CISA Issues MuddyWater Warning

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Authorities in the UK and United States have issued an alert regarding a group of Iranian government-sponsored advanced persistent threat (APT) actors known as MuddyWater.

The actors, who are also known as Earth Vetala, MERCURY, Static Kitten, Seedworm, and TEMP.Zagros, have been observed conducting cyber espionage and other malicious cyber operations in Asia, Africa, Europe and North America.

A joint alert issued on Thursday by CISA, the FBI, NSA, US Cyber Command Cyber National Mission Force and the UK’s National Cyber Security Centre, warned that MuddyWater has been targeting a range of government and private sector organizations across multiple industries including telecommunications, defense, local government and oil and natural gas.

Since approximately 2018, MuddyWater has conducted broad cyber campaigns under the auspices of the Iranian Ministry of Intelligence and Security (MOIS), providing stolen data and accesses both to the Iranian government and other malicious cyber actors.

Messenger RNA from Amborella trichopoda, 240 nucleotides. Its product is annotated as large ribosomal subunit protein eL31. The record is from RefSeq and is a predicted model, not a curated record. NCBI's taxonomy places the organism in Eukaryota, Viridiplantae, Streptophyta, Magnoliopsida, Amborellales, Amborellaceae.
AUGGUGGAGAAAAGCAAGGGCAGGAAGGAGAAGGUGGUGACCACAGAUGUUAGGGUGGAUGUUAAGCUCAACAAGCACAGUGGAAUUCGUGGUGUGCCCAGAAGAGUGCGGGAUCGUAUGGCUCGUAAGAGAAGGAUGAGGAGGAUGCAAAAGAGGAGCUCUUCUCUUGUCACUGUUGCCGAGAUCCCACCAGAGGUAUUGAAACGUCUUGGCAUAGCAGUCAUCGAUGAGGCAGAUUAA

"MuddyWater actors are known to exploit publicly reported vulnerabilities and use open-source tools and strategies to gain access to sensitive data on victims’ systems and deploy ransomware," states the alert. 

"These actors also maintain persistence on victim networks via tactics such as side-loading dynamic link libraries (DLLs) – to trick legitimate programs into running malware – and obfuscating PowerShell scripts to hide command and control (C2) functions."

Recently, MuddyWater actors have been spotted using multiple malware sets including PowGoop, Small Sieve, Canopy/Starwhale, Mori and POWERSTATS for loading malware, backdoor access, persistence and exfiltration.

The APT actors have also attempted to gain access to sensitive government and commercial networks through a spearphishing campaign that coaxes victims into downloading ZIP files. Victim unwittingly download either an Excel file with a malicious macro that communicates with the actor’s C2 server or a PDF file that drops a malicious file onto the victim’s network.

James McQuiggan, security awareness advocate at KnowBe4, advised email users to "conduct a quick checklist of 'Do I know this person,' 'Am I expecting this email,' 'Is the request unusual and unlike the sender' and 'Is there a sense of urgency' to the request?"

He added: "Answering these questions unfavorably should trigger the user to examine the email a little closer and report to their IT or InfoSec teams."

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